We are often questioned about the fate of the seeds held in the Dixon National Tallgrass Prairie Seed Bank (DNTPSB). Can seeds be retrieved once they enter the bank and how? Who has access to the seeds? Do we monitor the viability of the seeds once they are placed in cold storage? What happens if seeds begin to lose viability? Before tackling these important questions, let me first answer a more basic one – Why place native seeds into long-term storage?
Since most temperate seeds have orthodox seed storage behavior (seeds that remain viable for a long period of time with proper processing and storage), seed banks provide an ex-situ (off site) option for conserving our native flora. Approximately 95% of the genetic diversity represented in a population is captured in the seeds of as few as 50 individual plants which, in many cases, amount to a handful of seeds. So, given that a small quantity of seeds holds the genetic diversity present in a population and has the capability of retaining that genetic diversity for long periods of time, seed banking is a viable and efficient plant conservation strategy; especially considering the impacts global climate change poses to our nature preserves and restorations. But, the question that many people ask is “What then?” - What happens to the seeds after they disappear into the dark, frozen recesses of the seed vault?
First of all, not all of the seeds in the collection are held at DNTPSB. Half of the seeds are sent to other seed banks for redundant, or backup, storage. Of the 1/2 that remains at DNTPSB, 1/4 is designated for long-term conservation and the remaining portion is designated for research and eventual germination testing. The property owner of the site where the seeds were collected has full access to the entire collection held at DNTPSB. However, since the owner agreed to place the seeds into the seed bank and the purpose of the seed bank is long-term conservation of native species, we encourage and assume that at least the portion designated for conservation will remain in the seed bank. The seeds designated for research and germination are available in small quantities for non-profits and students or other researchers to use in various research or restoration projects at the discretion of seed bank staff. We also retain this collection for future germination testing. A small fee is imposed for seed bank “withdrawals”, except for the owner of the site where the seeds were collected. This fee will help cover the costs of replacing the seeds if quantities run low. Ideally, replacing seeds entails recollecting from the original site or growing plants to the reproductive stage and harvesting the first generation to be placed back into the seed bank.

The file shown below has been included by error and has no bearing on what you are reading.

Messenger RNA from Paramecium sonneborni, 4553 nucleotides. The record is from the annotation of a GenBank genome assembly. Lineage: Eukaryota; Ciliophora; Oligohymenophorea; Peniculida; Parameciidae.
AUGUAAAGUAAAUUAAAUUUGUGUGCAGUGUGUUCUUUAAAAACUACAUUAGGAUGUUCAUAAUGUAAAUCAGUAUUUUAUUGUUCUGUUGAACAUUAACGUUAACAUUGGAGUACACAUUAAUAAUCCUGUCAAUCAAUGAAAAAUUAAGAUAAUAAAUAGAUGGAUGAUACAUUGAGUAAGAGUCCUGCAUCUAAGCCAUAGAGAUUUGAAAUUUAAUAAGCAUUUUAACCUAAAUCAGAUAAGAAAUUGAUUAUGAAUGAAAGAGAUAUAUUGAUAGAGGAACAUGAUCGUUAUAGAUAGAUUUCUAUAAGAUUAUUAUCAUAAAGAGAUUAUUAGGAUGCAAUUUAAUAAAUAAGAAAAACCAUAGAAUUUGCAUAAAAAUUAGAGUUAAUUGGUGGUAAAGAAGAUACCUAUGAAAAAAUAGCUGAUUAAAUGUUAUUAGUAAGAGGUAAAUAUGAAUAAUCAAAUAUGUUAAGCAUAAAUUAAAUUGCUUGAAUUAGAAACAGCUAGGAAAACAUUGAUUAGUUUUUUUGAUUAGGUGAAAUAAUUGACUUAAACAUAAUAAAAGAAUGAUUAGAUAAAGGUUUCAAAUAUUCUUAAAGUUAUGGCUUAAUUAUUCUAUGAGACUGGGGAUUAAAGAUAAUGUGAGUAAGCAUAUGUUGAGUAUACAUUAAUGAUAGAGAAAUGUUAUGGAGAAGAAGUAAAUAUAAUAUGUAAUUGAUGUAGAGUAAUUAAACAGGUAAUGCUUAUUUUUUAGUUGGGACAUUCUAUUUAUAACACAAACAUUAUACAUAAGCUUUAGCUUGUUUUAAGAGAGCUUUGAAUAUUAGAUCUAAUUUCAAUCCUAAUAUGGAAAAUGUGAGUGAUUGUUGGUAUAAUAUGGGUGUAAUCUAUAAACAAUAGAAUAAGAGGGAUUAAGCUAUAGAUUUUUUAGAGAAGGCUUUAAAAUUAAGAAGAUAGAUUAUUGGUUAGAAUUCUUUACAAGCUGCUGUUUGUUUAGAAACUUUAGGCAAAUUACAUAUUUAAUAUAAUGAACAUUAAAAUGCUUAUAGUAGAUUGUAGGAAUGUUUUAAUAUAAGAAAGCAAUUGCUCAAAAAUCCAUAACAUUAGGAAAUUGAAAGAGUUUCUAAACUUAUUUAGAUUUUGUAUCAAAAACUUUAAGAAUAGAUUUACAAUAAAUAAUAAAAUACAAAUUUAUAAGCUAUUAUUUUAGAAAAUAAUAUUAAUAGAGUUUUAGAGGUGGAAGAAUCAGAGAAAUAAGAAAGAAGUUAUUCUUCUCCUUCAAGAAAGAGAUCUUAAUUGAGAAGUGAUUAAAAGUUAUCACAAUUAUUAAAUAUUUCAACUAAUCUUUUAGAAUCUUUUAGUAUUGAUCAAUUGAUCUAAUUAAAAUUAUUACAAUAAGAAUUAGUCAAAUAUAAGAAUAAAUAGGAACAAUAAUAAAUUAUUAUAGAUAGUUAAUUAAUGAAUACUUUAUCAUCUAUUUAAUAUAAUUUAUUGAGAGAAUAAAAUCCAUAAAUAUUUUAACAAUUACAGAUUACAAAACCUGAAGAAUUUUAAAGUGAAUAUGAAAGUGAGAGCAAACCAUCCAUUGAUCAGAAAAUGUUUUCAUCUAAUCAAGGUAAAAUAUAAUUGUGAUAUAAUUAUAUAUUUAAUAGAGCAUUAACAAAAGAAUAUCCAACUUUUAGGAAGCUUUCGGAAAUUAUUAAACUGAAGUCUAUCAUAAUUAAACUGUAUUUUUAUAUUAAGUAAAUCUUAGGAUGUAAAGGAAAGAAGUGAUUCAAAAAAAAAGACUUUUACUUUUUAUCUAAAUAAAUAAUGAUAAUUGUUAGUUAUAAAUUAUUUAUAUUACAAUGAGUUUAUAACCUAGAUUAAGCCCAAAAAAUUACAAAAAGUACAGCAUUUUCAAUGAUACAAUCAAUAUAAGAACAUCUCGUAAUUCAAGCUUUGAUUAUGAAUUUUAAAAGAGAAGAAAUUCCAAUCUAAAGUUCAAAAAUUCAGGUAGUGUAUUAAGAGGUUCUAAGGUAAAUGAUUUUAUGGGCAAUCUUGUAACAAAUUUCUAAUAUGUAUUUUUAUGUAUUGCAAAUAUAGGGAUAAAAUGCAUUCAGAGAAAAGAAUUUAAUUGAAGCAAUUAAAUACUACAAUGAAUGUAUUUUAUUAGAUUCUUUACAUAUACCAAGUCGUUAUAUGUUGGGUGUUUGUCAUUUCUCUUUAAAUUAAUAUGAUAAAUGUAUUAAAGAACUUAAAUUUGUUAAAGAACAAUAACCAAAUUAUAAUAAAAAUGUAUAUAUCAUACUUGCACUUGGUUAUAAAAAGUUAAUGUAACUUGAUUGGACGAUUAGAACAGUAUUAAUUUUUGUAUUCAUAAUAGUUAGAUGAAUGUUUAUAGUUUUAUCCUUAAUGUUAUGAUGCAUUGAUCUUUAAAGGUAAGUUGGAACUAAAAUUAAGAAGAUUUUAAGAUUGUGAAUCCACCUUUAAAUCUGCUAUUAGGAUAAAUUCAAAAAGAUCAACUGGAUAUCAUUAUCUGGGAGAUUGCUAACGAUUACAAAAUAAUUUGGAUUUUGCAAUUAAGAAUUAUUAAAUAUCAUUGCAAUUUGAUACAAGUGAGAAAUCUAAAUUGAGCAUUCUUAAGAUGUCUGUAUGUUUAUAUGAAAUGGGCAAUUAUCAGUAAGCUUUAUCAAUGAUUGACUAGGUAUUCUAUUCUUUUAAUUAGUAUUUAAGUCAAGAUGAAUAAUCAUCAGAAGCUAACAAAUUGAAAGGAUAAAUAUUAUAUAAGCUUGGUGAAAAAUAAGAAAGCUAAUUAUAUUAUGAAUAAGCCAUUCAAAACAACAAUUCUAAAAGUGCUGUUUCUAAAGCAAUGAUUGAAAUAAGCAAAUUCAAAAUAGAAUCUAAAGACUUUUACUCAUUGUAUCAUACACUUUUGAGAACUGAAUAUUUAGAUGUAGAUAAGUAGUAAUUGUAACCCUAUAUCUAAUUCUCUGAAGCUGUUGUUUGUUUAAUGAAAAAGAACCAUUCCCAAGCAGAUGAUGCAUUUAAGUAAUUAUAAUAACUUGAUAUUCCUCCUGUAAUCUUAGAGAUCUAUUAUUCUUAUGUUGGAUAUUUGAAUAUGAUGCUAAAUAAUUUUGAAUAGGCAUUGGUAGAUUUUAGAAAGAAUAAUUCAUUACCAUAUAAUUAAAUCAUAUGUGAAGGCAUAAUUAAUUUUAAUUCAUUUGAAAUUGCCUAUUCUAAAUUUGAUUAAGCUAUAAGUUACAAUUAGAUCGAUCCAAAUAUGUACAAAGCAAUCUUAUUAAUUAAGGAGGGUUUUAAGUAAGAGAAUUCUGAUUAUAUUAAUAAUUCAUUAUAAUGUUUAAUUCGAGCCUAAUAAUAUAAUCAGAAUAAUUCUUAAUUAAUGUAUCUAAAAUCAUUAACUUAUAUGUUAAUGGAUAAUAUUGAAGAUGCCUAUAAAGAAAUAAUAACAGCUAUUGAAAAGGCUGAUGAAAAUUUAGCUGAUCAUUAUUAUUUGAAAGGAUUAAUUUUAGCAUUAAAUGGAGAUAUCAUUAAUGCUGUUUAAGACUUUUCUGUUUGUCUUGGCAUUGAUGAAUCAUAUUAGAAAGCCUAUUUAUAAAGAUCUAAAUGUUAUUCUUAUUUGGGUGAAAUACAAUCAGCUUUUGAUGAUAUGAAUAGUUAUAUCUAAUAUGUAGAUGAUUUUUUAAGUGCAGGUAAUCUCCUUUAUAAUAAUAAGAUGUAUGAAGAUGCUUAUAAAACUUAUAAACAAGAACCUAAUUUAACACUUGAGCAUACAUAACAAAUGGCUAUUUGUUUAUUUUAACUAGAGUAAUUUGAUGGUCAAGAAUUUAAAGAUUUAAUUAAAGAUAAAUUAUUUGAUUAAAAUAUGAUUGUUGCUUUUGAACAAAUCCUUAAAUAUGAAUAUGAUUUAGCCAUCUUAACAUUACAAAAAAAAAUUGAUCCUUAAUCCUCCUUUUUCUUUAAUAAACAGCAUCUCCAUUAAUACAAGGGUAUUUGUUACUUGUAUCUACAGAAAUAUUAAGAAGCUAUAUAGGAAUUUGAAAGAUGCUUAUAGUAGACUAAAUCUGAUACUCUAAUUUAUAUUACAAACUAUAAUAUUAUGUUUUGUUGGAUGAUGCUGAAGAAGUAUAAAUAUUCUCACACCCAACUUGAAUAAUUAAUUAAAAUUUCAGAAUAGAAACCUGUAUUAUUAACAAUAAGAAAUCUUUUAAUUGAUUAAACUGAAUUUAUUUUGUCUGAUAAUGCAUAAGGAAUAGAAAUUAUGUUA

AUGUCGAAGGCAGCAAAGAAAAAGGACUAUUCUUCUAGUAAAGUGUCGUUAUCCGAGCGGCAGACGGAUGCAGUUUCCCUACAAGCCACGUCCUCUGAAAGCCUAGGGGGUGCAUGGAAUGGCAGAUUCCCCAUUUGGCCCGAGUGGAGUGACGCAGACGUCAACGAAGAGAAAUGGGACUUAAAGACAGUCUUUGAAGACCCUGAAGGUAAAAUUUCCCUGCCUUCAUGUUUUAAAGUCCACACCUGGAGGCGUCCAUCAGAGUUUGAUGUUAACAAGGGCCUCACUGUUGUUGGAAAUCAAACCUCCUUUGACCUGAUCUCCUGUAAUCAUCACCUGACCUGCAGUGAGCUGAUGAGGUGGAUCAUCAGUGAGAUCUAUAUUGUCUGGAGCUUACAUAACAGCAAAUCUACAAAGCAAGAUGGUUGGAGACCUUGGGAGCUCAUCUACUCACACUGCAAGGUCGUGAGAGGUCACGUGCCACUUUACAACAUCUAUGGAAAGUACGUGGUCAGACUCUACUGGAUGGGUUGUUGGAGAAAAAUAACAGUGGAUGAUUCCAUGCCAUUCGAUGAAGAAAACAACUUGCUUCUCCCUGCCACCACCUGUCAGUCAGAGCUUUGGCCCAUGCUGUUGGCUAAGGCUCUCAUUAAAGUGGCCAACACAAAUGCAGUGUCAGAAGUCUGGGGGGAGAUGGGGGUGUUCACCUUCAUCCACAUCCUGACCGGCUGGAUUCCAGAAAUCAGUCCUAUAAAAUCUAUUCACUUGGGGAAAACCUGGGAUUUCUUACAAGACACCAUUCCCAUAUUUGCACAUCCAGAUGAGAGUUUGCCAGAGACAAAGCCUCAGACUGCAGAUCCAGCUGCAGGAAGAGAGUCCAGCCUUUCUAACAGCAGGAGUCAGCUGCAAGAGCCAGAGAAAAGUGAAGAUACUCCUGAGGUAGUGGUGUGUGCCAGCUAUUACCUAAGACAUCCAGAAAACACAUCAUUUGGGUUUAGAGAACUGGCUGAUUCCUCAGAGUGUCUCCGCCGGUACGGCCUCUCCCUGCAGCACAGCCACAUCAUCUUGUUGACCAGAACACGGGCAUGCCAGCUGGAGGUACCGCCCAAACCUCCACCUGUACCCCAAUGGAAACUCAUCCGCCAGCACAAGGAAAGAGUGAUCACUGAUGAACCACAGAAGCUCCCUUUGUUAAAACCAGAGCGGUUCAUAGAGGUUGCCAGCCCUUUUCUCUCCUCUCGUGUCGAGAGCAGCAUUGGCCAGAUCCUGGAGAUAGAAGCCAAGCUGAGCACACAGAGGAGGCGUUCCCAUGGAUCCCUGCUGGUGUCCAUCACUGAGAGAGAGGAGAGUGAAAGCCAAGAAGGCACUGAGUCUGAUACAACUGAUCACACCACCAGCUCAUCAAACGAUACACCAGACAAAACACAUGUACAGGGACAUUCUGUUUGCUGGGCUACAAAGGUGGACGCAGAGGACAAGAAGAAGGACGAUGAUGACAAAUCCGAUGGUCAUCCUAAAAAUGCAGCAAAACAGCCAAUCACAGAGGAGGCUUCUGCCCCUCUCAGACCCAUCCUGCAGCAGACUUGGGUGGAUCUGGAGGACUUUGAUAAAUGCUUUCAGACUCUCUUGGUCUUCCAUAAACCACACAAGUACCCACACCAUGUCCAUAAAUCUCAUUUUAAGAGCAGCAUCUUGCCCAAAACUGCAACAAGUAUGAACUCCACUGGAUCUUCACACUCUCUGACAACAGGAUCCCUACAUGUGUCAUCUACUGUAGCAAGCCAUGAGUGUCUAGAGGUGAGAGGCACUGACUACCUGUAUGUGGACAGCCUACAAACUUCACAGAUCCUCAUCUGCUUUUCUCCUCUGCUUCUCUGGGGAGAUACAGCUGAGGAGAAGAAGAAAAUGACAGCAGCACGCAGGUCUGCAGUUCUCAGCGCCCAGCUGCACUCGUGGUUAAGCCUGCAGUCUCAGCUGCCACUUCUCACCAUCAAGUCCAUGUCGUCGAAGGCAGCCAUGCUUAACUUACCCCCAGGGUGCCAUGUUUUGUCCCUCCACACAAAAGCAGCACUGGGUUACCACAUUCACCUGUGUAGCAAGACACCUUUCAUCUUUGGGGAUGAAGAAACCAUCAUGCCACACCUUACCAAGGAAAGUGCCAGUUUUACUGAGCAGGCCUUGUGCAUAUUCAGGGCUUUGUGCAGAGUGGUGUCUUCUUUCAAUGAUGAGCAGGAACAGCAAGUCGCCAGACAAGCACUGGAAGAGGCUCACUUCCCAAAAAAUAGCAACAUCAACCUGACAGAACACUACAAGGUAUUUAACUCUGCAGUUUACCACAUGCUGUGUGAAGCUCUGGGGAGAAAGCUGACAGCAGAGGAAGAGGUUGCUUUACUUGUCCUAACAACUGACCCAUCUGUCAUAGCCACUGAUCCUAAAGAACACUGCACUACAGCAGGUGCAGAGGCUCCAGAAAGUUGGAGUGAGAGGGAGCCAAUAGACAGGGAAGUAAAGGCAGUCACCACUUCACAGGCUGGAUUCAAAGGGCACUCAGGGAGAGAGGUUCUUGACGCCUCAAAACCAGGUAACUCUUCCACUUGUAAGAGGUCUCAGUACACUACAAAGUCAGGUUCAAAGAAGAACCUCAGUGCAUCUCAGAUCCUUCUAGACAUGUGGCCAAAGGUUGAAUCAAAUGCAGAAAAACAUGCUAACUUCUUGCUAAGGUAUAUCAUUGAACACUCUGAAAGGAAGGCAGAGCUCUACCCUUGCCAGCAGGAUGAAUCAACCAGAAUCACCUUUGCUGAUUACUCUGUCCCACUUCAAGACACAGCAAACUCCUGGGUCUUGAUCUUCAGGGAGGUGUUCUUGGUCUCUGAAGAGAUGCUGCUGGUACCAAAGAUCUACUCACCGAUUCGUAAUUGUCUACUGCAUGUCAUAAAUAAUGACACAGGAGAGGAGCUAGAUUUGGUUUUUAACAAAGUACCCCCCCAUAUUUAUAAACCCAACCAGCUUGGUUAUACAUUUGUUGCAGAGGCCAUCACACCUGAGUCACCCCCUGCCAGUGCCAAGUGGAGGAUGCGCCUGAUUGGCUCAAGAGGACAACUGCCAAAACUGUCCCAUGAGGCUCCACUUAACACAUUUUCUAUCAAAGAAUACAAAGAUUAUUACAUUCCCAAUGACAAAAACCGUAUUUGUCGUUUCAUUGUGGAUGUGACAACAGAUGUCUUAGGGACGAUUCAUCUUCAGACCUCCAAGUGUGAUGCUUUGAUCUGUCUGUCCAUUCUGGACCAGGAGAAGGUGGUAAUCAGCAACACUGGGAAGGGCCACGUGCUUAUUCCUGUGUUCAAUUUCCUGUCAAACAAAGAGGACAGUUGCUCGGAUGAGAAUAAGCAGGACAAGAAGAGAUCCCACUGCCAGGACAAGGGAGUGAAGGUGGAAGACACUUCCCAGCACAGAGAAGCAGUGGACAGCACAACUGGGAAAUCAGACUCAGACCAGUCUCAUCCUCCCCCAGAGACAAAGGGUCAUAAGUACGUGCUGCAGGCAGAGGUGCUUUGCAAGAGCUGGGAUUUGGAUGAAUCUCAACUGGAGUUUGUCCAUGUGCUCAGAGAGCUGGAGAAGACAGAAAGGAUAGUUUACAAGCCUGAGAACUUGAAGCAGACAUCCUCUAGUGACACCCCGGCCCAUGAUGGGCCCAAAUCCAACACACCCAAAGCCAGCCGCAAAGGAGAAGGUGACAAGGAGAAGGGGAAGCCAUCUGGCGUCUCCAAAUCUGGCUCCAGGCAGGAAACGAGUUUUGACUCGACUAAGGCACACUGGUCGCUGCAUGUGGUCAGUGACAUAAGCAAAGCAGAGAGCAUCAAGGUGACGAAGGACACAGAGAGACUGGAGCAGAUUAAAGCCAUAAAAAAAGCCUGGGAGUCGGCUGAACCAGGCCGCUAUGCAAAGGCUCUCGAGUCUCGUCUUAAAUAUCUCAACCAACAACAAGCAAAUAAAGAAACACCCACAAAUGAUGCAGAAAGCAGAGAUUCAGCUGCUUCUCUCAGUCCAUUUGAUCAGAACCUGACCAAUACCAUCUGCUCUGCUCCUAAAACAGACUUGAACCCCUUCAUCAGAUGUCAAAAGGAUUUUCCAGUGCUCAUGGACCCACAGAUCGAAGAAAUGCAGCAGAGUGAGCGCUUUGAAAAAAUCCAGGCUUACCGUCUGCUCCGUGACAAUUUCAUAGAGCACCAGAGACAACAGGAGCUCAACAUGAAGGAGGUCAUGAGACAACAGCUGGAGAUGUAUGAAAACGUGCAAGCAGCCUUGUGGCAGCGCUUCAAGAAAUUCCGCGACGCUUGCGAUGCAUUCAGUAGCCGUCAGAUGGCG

Currently we do not have the resources to perform comprehensive germination tests on our seed collections. Fortunately, we share many of our seeds with larger seed banks such as Millennium Seed Bank at the Royal Botanic Garden, Kew, UK which do test collections for viability by running germination tests every 10 years. Through their testing, we can keep track of the viability of many of our collections. The longevity of many native seeds in seed banks is not known, but with careful management, this knowledge is being acquired.